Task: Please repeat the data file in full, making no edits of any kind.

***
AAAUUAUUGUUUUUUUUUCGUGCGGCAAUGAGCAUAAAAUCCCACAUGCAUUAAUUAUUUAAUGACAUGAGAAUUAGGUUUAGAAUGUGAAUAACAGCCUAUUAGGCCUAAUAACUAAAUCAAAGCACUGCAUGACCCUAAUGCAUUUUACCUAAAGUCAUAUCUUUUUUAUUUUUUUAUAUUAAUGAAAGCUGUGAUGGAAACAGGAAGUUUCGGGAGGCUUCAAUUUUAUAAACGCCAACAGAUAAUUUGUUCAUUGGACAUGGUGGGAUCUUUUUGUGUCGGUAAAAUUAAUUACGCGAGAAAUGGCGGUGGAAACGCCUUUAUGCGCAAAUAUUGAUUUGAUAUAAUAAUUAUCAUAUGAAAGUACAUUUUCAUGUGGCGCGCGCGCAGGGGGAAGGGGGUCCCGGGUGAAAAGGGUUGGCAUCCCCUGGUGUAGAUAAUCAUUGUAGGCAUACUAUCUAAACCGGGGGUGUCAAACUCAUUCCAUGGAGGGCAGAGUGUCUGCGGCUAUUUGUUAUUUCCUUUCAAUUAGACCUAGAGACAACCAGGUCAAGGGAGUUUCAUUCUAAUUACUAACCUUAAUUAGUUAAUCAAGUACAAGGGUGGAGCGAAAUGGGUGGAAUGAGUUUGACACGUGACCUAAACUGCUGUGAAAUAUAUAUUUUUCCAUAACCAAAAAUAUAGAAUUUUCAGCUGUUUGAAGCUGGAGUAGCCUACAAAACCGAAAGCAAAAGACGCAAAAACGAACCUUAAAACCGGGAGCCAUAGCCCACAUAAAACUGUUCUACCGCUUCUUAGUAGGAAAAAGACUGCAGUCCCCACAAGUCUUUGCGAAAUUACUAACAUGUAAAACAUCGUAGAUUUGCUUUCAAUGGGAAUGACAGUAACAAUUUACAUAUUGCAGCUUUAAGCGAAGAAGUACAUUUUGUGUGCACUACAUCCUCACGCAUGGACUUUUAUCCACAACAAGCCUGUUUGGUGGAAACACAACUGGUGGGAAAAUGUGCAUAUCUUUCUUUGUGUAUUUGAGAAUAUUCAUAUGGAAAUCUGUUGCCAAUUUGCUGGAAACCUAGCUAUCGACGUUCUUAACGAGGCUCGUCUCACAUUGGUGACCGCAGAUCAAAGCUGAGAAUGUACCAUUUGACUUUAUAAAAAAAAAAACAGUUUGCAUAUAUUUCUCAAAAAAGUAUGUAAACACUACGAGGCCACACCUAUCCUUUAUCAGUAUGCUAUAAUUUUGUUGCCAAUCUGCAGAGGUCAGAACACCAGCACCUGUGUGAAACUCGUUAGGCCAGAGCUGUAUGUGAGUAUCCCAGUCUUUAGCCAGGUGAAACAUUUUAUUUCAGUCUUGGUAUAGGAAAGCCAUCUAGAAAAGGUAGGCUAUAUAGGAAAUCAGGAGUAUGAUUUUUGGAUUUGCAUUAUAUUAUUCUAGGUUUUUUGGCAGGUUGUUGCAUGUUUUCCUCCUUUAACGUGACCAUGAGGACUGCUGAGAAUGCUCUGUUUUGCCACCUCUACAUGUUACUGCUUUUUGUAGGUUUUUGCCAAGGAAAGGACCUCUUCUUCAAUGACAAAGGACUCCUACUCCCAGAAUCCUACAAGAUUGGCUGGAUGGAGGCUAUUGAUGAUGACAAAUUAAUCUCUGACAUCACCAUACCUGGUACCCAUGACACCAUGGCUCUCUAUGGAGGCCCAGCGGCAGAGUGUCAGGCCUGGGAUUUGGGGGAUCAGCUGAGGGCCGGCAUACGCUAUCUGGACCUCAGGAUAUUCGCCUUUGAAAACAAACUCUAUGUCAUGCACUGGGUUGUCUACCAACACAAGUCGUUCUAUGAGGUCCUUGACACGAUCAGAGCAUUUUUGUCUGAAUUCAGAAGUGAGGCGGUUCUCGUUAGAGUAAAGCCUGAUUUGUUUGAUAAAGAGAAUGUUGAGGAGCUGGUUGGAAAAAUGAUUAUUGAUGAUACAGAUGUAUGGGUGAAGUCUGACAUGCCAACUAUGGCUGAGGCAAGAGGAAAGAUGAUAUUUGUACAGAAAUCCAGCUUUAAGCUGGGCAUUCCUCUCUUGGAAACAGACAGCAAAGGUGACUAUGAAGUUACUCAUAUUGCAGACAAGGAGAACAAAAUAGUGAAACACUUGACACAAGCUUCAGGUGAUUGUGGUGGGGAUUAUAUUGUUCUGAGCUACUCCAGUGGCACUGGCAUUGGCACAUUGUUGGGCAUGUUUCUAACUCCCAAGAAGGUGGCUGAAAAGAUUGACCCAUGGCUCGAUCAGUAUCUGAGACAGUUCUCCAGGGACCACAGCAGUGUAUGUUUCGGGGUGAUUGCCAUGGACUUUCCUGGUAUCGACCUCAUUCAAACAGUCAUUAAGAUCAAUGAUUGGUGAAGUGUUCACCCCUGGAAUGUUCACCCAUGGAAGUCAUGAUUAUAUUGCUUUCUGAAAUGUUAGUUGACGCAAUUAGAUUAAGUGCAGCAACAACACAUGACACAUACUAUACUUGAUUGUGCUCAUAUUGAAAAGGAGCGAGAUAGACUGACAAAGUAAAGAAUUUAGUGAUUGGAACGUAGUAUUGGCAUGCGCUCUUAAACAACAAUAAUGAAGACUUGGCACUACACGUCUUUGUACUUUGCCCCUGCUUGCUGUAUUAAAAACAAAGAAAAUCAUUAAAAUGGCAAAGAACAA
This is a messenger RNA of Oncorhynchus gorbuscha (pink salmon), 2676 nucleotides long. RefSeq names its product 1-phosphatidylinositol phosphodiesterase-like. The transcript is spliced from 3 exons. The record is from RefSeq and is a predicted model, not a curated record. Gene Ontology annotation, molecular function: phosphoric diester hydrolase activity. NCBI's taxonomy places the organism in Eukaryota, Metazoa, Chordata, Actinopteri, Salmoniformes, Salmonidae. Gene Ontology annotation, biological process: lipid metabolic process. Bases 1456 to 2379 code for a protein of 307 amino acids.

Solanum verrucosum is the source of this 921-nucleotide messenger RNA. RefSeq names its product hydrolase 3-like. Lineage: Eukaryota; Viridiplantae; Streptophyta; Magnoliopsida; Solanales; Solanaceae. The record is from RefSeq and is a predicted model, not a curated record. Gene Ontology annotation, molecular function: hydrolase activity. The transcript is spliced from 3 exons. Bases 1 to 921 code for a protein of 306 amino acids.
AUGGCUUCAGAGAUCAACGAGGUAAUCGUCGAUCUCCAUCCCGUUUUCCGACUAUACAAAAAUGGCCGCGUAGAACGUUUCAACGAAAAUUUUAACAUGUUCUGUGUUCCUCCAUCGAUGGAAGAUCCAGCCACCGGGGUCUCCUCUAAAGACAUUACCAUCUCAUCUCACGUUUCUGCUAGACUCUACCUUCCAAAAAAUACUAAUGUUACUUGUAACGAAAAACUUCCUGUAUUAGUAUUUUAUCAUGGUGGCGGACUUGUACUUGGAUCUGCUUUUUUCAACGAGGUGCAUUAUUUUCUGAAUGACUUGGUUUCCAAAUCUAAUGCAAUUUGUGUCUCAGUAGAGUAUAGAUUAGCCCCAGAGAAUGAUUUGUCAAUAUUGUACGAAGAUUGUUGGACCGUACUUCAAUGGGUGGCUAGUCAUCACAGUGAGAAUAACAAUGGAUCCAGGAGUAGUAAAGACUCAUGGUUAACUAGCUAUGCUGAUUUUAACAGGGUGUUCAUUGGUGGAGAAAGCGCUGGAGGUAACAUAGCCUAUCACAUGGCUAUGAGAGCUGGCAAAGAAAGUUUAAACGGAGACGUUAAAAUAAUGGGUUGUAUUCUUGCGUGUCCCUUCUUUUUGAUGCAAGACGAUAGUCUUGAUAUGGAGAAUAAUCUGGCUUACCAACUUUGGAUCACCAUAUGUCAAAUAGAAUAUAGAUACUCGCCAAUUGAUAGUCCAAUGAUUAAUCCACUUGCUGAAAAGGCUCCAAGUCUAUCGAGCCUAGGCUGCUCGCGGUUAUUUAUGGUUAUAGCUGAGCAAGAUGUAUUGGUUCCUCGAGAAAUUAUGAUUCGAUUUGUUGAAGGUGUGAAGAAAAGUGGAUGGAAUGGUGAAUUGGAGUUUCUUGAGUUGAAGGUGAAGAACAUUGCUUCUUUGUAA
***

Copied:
AAAUUAUUGUUUUUUUUUCGUGCGGCAAUGAGCAUAAAAUCCCACAUGCAUUAAUUAUUUAAUGACAUGAGAAUUAGGUUUAGAAUGUGAAUAACAGCCUAUUAGGCCUAAUAACUAAAUCAAAGCACUGCAUGACCCUAAUGCAUUUUACCUAAAGUCAUAUCUUUUUUAUUUUUUUAUAUUAAUGAAAGCUGUGAUGGAAACAGGAAGUUUCGGGAGGCUUCAAUUUUAUAAACGCCAACAGAUAAUUUGUUCAUUGGACAUGGUGGGAUCUUUUUGUGUCGGUAAAAUUAAUUACGCGAGAAAUGGCGGUGGAAACGCCUUUAUGCGCAAAUAUUGAUUUGAUAUAAUAAUUAUCAUAUGAAAGUACAUUUUCAUGUGGCGCGCGCGCAGGGGGAAGGGGGUCCCGGGUGAAAAGGGUUGGCAUCCCCUGGUGUAGAUAAUCAUUGUAGGCAUACUAUCUAAACCGGGGGUGUCAAACUCAUUCCAUGGAGGGCAGAGUGUCUGCGGCUAUUUGUUAUUUCCUUUCAAUUAGACCUAGAGACAACCAGGUCAAGGGAGUUUCAUUCUAAUUACUAACCUUAAUUAGUUAAUCAAGUACAAGGGUGGAGCGAAAUGGGUGGAAUGAGUUUGACACGUGACCUAAACUGCUGUGAAAUAUAUAUUUUUCCAUAACCAAAAAUAUAGAAUUUUCAGCUGUUUGAAGCUGGAGUAGCCUACAAAACCGAAAGCAAAAGACGCAAAAACGAACCUUAAAACCGGGAGCCAUAGCCCACAUAAAACUGUUCUACCGCUUCUUAGUAGGAAAAAGACUGCAGUCCCCACAAGUCUUUGCGAAAUUACUAACAUGUAAAACAUCGUAGAUUUGCUUUCAAUGGGAAUGACAGUAACAAUUUACAUAUUGCAGCUUUAAGCGAAGAAGUACAUUUUGUGUGCACUACAUCCUCACGCAUGGACUUUUAUCCACAACAAGCCUGUUUGGUGGAAACACAACUGGUGGGAAAAUGUGCAUAUCUUUCUUUGUGUAUUUGAGAAUAUUCAUAUGGAAAUCUGUUGCCAAUUUGCUGGAAACCUAGCUAUCGACGUUCUUAACGAGGCUCGUCUCACAUUGGUGACCGCAGAUCAAAGCUGAGAAUGUACCAUUUGACUUUAUAAAAAAAAAAACAGUUUGCAUAUAUUUCUCAAAAAAGUAUGUAAACACUACGAGGCCACACCUAUCCUUUAUCAGUAUGCUAUAAUUUUGUUGCCAAUCUGCAGAGGUCAGAACACCAGCACCUGUGUGAAACUCGUUAGGCCAGAGCUGUAUGUGAGUAUCCCAGUCUUUAGCCAGGUGAAACAUUUUAUUUCAGUCUUGGUAUAGGAAAGCCAUCUAGAAAAGGUAGGCUAUAUAGGAAAUCAGGAGUAUGAUUUUUGGAUUUGCAUUAUAUUAUUCUAGGUUUUUUGGCAGGUUGUUGCAUGUUUUCCUCCUUUAACGUGACCAUGAGGACUGCUGAGAAUGCUCUGUUUUGCCACCUCUACAUGUUACUGCUUUUUGUAGGUUUUUGCCAAGGAAAGGACCUCUUCUUCAAUGACAAAGGACUCCUACUCCCAGAAUCCUACAAGAUUGGCUGGAUGGAGGCUAUUGAUGAUGACAAAUUAAUCUCUGACAUCACCAUACCUGGUACCCAUGACACCAUGGCUCUCUAUGGAGGCCCAGCGGCAGAGUGUCAGGCCUGGGAUUUGGGGGAUCAGCUGAGGGCCGGCAUACGCUAUCUGGACCUCAGGAUAUUCGCCUUUGAAAACAAACUCUAUGUCAUGCACUGGGUUGUCUACCAACACAAGUCGUUCUAUGAGGUCCUUGACACGAUCAGAGCAUUUUUGUCUGAAUUCAGAAGUGAGGCGGUUCUCGUUAGAGUAAAGCCUGAUUUGUUUGAUAAAGAGAAUGUUGAGGAGCUGGUUGGAAAAAUGAUUAUUGAUGAUACAGAUGUAUGGGUGAAGUCUGACAUGCCAACUAUGGCUGAGGCAAGAGGAAAGAUGAUAUUUGUACAGAAAUCCAGCUUUAAGCUGGGCAUUCCUCUCUUGGAAACAGACAGCAAAGGUGACUAUGAAGUUACUCAUAUUGCAGACAAGGAGAACAAAAUAGUGAAACACUUGACACAAGCUUCAGGUGAUUGUGGUGGGGAUUAUAUUGUUCUGAGCUACUCCAGUGGCACUGGCAUUGGCACAUUGUUGGGCAUGUUUCUAACUCCCAAGAAGGUGGCUGAAAAGAUUGACCCAUGGCUCGAUCAGUAUCUGAGACAGUUCUCCAGGGACCACAGCAGUGUAUGUUUCGGGGUGAUUGCCAUGGACUUUCCUGGUAUCGACCUCAUUCAAACAGUCAUUAAGAUCAAUGAUUGGUGAAGUGUUCACCCCUGGAAUGUUCACCCAUGGAAGUCAUGAUUAUAUUGCUUUCUGAAAUGUUAGUUGACGCAAUUAGAUUAAGUGCAGCAACAACACAUGACACAUACUAUACUUGAUUGUGCUCAUAUUGAAAAGGAGCGAGAUAGACUGACAAAGUAAAGAAUUUAGUGAUUGGAACGUAGUAUUGGCAUGCGCUCUUAAACAACAAUAAUGAAGACUUGGCACUACACGUCUUUGUACUUUGCCCCUGCUUGCUGUAUUAAAAACAAAGAAAAUCAUUAAAAUGGCAAAGAACAA
This is a messenger RNA of Oncorhynchus gorbuscha (pink salmon), 2676 nucleotides long. RefSeq names its product 1-phosphatidylinositol phosphodiesterase-like. The transcript is spliced from 3 exons. The record is from RefSeq and is a predicted model, not a curated record. Gene Ontology annotation, molecular function: phosphoric diester hydrolase activity. NCBI's taxonomy places the organism in Eukaryota, Metazoa, Chordata, Actinopteri, Salmoniformes, Salmonidae. Gene Ontology annotation, biological process: lipid metabolic process. Bases 1456 to 2379 code for a protein of 307 amino acids.

Solanum verrucosum is the source of this 921-nucleotide messenger RNA. RefSeq names its product hydrolase 3-like. Lineage: Eukaryota; Viridiplantae; Streptophyta; Magnoliopsida; Solanales; Solanaceae. The record is from RefSeq and is a predicted model, not a curated record. Gene Ontology annotation, molecular function: hydrolase activity. The transcript is spliced from 3 exons. Bases 1 to 921 code for a protein of 306 amino acids.
AUGGCUUCAGAGAUCAACGAGGUAAUCGUCGAUCUCCAUCCCGUUUUCCGACUAUACAAAAAUGGCCGCGUAGAACGUUUCAACGAAAAUUUUAACAUGUUCUGUGUUCCUCCAUCGAUGGAAGAUCCAGCCACCGGGGUCUCCUCUAAAGACAUUACCAUCUCAUCUCACGUUUCUGCUAGACUCUACCUUCCAAAAAAUACUAAUGUUACUUGUAACGAAAAACUUCCUGUAUUAGUAUUUUAUCAUGGUGGCGGACUUGUACUUGGAUCUGCUUUUUUCAACGAGGUGCAUUAUUUUCUGAAUGACUUGGUUUCCAAAUCUAAUGCAAUUUGUGUCUCAGUAGAGUAUAGAUUAGCCCCAGAGAAUGAUUUGUCAAUAUUGUACGAAGAUUGUUGGACCGUACUUCAAUGGGUGGCUAGUCAUCACAGUGAGAAUAACAAUGGAUCCAGGAGUAGUAAAGACUCAUGGUUAACUAGCUAUGCUGAUUUUAACAGGGUGUUCAUUGGUGGAGAAAGCGCUGGAGGUAACAUAGCCUAUCACAUGGCUAUGAGAGCUGGCAAAGAAAGUUUAAACGGAGACGUUAAAAUAAUGGGUUGUAUUCUUGCGUGUCCCUUCUUUUUGAUGCAAGACGAUAGUCUUGAUAUGGAGAAUAAUCUGGCUUACCAACUUUGGAUCACCAUAUGUCAAAUAGAAUAUAGAUACUCGCCAAUUGAUAGUCCAAUGAUUAAUCCACUUGCUGAAAAGGCUCCAAGUCUAUCGAGCCUAGGCUGCUCGCGGUUAUUUAUGGUUAUAGCUGAGCAAGAUGUAUUGGUUCCUCGAGAAAUUAUGAUUCGAUUUGUUGAAGGUGUGAAGAAAAGUGGAUGGAAUGGUGAAUUGGAGUUUCUUGAGUUGAAGGUGAAGAACAUUGCUUCUUUGUAA